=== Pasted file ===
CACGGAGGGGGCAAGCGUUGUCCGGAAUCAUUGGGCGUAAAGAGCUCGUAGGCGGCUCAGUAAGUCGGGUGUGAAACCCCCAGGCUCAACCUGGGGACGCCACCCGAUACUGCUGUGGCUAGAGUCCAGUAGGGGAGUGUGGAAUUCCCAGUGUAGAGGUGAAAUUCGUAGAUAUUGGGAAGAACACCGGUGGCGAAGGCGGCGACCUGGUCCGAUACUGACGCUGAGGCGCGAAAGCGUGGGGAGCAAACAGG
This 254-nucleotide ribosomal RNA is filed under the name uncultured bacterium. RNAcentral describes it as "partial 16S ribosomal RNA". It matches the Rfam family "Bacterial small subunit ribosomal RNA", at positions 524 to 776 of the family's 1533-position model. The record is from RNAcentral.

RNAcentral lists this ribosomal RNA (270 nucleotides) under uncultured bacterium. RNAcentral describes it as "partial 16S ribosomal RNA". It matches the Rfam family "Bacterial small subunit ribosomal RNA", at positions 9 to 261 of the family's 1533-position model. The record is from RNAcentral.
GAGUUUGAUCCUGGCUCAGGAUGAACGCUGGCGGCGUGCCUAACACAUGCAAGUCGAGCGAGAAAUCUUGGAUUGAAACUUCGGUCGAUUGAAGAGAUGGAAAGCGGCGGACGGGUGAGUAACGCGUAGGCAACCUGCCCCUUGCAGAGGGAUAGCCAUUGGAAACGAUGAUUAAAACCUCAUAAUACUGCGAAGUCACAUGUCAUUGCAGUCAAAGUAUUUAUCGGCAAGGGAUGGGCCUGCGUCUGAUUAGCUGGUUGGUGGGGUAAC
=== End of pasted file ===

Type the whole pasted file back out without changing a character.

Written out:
CACGGAGGGGGCAAGCGUUGUCCGGAAUCAUUGGGCGUAAAGAGCUCGUAGGCGGCUCAGUAAGUCGGGUGUGAAACCCCCAGGCUCAACCUGGGGACGCCACCCGAUACUGCUGUGGCUAGAGUCCAGUAGGGGAGUGUGGAAUUCCCAGUGUAGAGGUGAAAUUCGUAGAUAUUGGGAAGAACACCGGUGGCGAAGGCGGCGACCUGGUCCGAUACUGACGCUGAGGCGCGAAAGCGUGGGGAGCAAACAGG
This 254-nucleotide ribosomal RNA is filed under the name uncultured bacterium. RNAcentral describes it as "partial 16S ribosomal RNA". It matches the Rfam family "Bacterial small subunit ribosomal RNA", at positions 524 to 776 of the family's 1533-position model. The record is from RNAcentral.

RNAcentral lists this ribosomal RNA (270 nucleotides) under uncultured bacterium. RNAcentral describes it as "partial 16S ribosomal RNA". It matches the Rfam family "Bacterial small subunit ribosomal RNA", at positions 9 to 261 of the family's 1533-position model. The record is from RNAcentral.
GAGUUUGAUCCUGGCUCAGGAUGAACGCUGGCGGCGUGCCUAACACAUGCAAGUCGAGCGAGAAAUCUUGGAUUGAAACUUCGGUCGAUUGAAGAGAUGGAAAGCGGCGGACGGGUGAGUAACGCGUAGGCAACCUGCCCCUUGCAGAGGGAUAGCCAUUGGAAACGAUGAUUAAAACCUCAUAAUACUGCGAAGUCACAUGUCAUUGCAGUCAAAGUAUUUAUCGGCAAGGGAUGGGCCUGCGUCUGAUUAGCUGGUUGGUGGGGUAAC